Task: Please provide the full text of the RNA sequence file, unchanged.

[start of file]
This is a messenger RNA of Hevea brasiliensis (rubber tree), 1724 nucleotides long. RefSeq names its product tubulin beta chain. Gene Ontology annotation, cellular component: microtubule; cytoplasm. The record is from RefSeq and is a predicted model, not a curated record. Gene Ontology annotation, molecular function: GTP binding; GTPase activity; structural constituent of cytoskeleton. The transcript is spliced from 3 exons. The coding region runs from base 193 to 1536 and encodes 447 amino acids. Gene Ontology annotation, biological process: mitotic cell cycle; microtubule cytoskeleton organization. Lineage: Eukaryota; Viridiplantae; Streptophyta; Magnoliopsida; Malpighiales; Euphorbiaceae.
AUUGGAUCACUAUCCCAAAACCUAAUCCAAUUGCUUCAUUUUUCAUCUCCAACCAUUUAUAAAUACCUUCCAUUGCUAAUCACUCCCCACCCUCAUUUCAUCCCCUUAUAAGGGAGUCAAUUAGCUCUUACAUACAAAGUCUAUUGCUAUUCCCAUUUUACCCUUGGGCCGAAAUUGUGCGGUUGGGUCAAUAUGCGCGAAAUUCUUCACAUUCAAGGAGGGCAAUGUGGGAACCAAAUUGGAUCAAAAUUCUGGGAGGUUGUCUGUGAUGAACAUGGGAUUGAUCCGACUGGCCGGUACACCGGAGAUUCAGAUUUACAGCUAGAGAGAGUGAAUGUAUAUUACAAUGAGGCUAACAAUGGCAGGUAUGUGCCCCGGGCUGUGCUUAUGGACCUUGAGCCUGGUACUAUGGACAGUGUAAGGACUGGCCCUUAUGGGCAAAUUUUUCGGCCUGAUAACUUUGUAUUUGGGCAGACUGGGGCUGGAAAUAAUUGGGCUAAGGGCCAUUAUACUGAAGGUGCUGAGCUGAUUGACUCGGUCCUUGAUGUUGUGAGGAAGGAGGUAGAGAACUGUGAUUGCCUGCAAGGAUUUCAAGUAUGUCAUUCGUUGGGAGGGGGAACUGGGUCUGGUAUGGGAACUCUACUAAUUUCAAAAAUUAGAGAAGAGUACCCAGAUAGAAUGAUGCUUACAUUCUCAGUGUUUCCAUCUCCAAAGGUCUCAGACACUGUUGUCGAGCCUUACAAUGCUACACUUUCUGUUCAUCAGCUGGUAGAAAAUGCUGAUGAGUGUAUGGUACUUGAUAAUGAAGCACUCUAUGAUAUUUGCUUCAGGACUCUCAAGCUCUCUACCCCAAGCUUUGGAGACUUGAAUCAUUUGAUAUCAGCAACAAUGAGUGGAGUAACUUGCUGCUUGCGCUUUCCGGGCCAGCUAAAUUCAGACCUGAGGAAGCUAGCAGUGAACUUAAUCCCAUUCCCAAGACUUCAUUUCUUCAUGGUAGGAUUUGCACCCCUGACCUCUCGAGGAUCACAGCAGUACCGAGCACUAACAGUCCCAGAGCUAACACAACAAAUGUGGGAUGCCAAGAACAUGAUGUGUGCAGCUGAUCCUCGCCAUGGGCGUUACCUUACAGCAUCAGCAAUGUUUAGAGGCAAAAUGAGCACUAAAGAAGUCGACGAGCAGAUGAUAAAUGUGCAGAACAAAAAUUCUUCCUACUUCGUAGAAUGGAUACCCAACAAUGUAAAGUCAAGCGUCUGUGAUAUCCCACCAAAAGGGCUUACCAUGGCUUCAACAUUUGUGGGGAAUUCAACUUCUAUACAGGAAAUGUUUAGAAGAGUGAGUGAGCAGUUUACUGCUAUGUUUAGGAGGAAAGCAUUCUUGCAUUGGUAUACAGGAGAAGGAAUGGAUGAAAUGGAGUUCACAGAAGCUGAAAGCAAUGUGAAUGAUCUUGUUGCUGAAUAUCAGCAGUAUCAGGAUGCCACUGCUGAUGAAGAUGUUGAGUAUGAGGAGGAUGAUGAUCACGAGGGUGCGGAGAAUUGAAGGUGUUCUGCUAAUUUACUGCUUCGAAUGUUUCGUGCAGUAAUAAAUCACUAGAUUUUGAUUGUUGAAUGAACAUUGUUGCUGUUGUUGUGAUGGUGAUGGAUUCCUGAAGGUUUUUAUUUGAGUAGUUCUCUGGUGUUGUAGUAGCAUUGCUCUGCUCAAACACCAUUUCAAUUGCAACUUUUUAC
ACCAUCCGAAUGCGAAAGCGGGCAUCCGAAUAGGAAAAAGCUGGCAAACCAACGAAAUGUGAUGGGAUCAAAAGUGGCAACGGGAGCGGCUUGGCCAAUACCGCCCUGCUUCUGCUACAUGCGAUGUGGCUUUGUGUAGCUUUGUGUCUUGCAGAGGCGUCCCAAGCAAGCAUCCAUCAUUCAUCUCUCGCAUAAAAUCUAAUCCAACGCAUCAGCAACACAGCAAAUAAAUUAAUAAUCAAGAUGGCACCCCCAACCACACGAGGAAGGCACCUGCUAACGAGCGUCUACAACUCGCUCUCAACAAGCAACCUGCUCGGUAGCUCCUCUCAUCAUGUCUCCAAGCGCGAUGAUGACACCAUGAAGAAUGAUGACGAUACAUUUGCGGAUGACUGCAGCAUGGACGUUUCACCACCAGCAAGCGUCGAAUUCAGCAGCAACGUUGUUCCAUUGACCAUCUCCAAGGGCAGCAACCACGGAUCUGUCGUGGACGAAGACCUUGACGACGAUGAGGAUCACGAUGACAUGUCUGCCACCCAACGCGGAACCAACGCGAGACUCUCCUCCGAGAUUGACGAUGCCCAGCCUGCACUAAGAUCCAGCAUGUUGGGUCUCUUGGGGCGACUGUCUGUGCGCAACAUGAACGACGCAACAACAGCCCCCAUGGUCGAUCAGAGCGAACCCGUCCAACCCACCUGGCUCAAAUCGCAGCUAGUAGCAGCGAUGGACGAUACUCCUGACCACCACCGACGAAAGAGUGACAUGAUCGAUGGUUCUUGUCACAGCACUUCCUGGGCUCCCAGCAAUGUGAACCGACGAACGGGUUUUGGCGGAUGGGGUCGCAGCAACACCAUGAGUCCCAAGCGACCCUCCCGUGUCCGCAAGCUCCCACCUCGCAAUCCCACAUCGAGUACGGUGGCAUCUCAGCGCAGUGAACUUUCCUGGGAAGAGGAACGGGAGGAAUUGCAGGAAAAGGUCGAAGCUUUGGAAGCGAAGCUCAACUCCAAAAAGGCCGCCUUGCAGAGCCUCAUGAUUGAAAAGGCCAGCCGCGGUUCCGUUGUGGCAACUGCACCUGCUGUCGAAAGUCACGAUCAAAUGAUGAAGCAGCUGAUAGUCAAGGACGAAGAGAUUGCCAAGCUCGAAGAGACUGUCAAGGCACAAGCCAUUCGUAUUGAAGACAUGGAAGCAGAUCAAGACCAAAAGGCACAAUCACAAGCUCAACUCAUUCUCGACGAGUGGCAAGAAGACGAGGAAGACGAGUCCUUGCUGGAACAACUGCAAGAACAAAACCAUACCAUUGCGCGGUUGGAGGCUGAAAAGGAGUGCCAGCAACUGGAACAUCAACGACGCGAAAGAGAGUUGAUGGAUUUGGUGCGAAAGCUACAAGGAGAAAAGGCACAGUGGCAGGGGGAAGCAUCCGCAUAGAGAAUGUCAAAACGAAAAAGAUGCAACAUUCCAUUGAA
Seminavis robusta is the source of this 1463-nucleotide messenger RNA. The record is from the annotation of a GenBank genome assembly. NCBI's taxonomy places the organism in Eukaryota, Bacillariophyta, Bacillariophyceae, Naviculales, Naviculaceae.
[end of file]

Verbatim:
This is a messenger RNA of Hevea brasiliensis (rubber tree), 1724 nucleotides long. RefSeq names its product tubulin beta chain. Gene Ontology annotation, cellular component: microtubule; cytoplasm. The record is from RefSeq and is a predicted model, not a curated record. Gene Ontology annotation, molecular function: GTP binding; GTPase activity; structural constituent of cytoskeleton. The transcript is spliced from 3 exons. The coding region runs from base 193 to 1536 and encodes 447 amino acids. Gene Ontology annotation, biological process: mitotic cell cycle; microtubule cytoskeleton organization. Lineage: Eukaryota; Viridiplantae; Streptophyta; Magnoliopsida; Malpighiales; Euphorbiaceae.
AUUGGAUCACUAUCCCAAAACCUAAUCCAAUUGCUUCAUUUUUCAUCUCCAACCAUUUAUAAAUACCUUCCAUUGCUAAUCACUCCCCACCCUCAUUUCAUCCCCUUAUAAGGGAGUCAAUUAGCUCUUACAUACAAAGUCUAUUGCUAUUCCCAUUUUACCCUUGGGCCGAAAUUGUGCGGUUGGGUCAAUAUGCGCGAAAUUCUUCACAUUCAAGGAGGGCAAUGUGGGAACCAAAUUGGAUCAAAAUUCUGGGAGGUUGUCUGUGAUGAACAUGGGAUUGAUCCGACUGGCCGGUACACCGGAGAUUCAGAUUUACAGCUAGAGAGAGUGAAUGUAUAUUACAAUGAGGCUAACAAUGGCAGGUAUGUGCCCCGGGCUGUGCUUAUGGACCUUGAGCCUGGUACUAUGGACAGUGUAAGGACUGGCCCUUAUGGGCAAAUUUUUCGGCCUGAUAACUUUGUAUUUGGGCAGACUGGGGCUGGAAAUAAUUGGGCUAAGGGCCAUUAUACUGAAGGUGCUGAGCUGAUUGACUCGGUCCUUGAUGUUGUGAGGAAGGAGGUAGAGAACUGUGAUUGCCUGCAAGGAUUUCAAGUAUGUCAUUCGUUGGGAGGGGGAACUGGGUCUGGUAUGGGAACUCUACUAAUUUCAAAAAUUAGAGAAGAGUACCCAGAUAGAAUGAUGCUUACAUUCUCAGUGUUUCCAUCUCCAAAGGUCUCAGACACUGUUGUCGAGCCUUACAAUGCUACACUUUCUGUUCAUCAGCUGGUAGAAAAUGCUGAUGAGUGUAUGGUACUUGAUAAUGAAGCACUCUAUGAUAUUUGCUUCAGGACUCUCAAGCUCUCUACCCCAAGCUUUGGAGACUUGAAUCAUUUGAUAUCAGCAACAAUGAGUGGAGUAACUUGCUGCUUGCGCUUUCCGGGCCAGCUAAAUUCAGACCUGAGGAAGCUAGCAGUGAACUUAAUCCCAUUCCCAAGACUUCAUUUCUUCAUGGUAGGAUUUGCACCCCUGACCUCUCGAGGAUCACAGCAGUACCGAGCACUAACAGUCCCAGAGCUAACACAACAAAUGUGGGAUGCCAAGAACAUGAUGUGUGCAGCUGAUCCUCGCCAUGGGCGUUACCUUACAGCAUCAGCAAUGUUUAGAGGCAAAAUGAGCACUAAAGAAGUCGACGAGCAGAUGAUAAAUGUGCAGAACAAAAAUUCUUCCUACUUCGUAGAAUGGAUACCCAACAAUGUAAAGUCAAGCGUCUGUGAUAUCCCACCAAAAGGGCUUACCAUGGCUUCAACAUUUGUGGGGAAUUCAACUUCUAUACAGGAAAUGUUUAGAAGAGUGAGUGAGCAGUUUACUGCUAUGUUUAGGAGGAAAGCAUUCUUGCAUUGGUAUACAGGAGAAGGAAUGGAUGAAAUGGAGUUCACAGAAGCUGAAAGCAAUGUGAAUGAUCUUGUUGCUGAAUAUCAGCAGUAUCAGGAUGCCACUGCUGAUGAAGAUGUUGAGUAUGAGGAGGAUGAUGAUCACGAGGGUGCGGAGAAUUGAAGGUGUUCUGCUAAUUUACUGCUUCGAAUGUUUCGUGCAGUAAUAAAUCACUAGAUUUUGAUUGUUGAAUGAACAUUGUUGCUGUUGUUGUGAUGGUGAUGGAUUCCUGAAGGUUUUUAUUUGAGUAGUUCUCUGGUGUUGUAGUAGCAUUGCUCUGCUCAAACACCAUUUCAAUUGCAACUUUUUAC
ACCAUCCGAAUGCGAAAGCGGGCAUCCGAAUAGGAAAAAGCUGGCAAACCAACGAAAUGUGAUGGGAUCAAAAGUGGCAACGGGAGCGGCUUGGCCAAUACCGCCCUGCUUCUGCUACAUGCGAUGUGGCUUUGUGUAGCUUUGUGUCUUGCAGAGGCGUCCCAAGCAAGCAUCCAUCAUUCAUCUCUCGCAUAAAAUCUAAUCCAACGCAUCAGCAACACAGCAAAUAAAUUAAUAAUCAAGAUGGCACCCCCAACCACACGAGGAAGGCACCUGCUAACGAGCGUCUACAACUCGCUCUCAACAAGCAACCUGCUCGGUAGCUCCUCUCAUCAUGUCUCCAAGCGCGAUGAUGACACCAUGAAGAAUGAUGACGAUACAUUUGCGGAUGACUGCAGCAUGGACGUUUCACCACCAGCAAGCGUCGAAUUCAGCAGCAACGUUGUUCCAUUGACCAUCUCCAAGGGCAGCAACCACGGAUCUGUCGUGGACGAAGACCUUGACGACGAUGAGGAUCACGAUGACAUGUCUGCCACCCAACGCGGAACCAACGCGAGACUCUCCUCCGAGAUUGACGAUGCCCAGCCUGCACUAAGAUCCAGCAUGUUGGGUCUCUUGGGGCGACUGUCUGUGCGCAACAUGAACGACGCAACAACAGCCCCCAUGGUCGAUCAGAGCGAACCCGUCCAACCCACCUGGCUCAAAUCGCAGCUAGUAGCAGCGAUGGACGAUACUCCUGACCACCACCGACGAAAGAGUGACAUGAUCGAUGGUUCUUGUCACAGCACUUCCUGGGCUCCCAGCAAUGUGAACCGACGAACGGGUUUUGGCGGAUGGGGUCGCAGCAACACCAUGAGUCCCAAGCGACCCUCCCGUGUCCGCAAGCUCCCACCUCGCAAUCCCACAUCGAGUACGGUGGCAUCUCAGCGCAGUGAACUUUCCUGGGAAGAGGAACGGGAGGAAUUGCAGGAAAAGGUCGAAGCUUUGGAAGCGAAGCUCAACUCCAAAAAGGCCGCCUUGCAGAGCCUCAUGAUUGAAAAGGCCAGCCGCGGUUCCGUUGUGGCAACUGCACCUGCUGUCGAAAGUCACGAUCAAAUGAUGAAGCAGCUGAUAGUCAAGGACGAAGAGAUUGCCAAGCUCGAAGAGACUGUCAAGGCACAAGCCAUUCGUAUUGAAGACAUGGAAGCAGAUCAAGACCAAAAGGCACAAUCACAAGCUCAACUCAUUCUCGACGAGUGGCAAGAAGACGAGGAAGACGAGUCCUUGCUGGAACAACUGCAAGAACAAAACCAUACCAUUGCGCGGUUGGAGGCUGAAAAGGAGUGCCAGCAACUGGAACAUCAACGACGCGAAAGAGAGUUGAUGGAUUUGGUGCGAAAGCUACAAGGAGAAAAGGCACAGUGGCAGGGGGAAGCAUCCGCAUAGAGAAUGUCAAAACGAAAAAGAUGCAACAUUCCAUUGAA
Seminavis robusta is the source of this 1463-nucleotide messenger RNA. The record is from the annotation of a GenBank genome assembly. NCBI's taxonomy places the organism in Eukaryota, Bacillariophyta, Bacillariophyceae, Naviculales, Naviculaceae.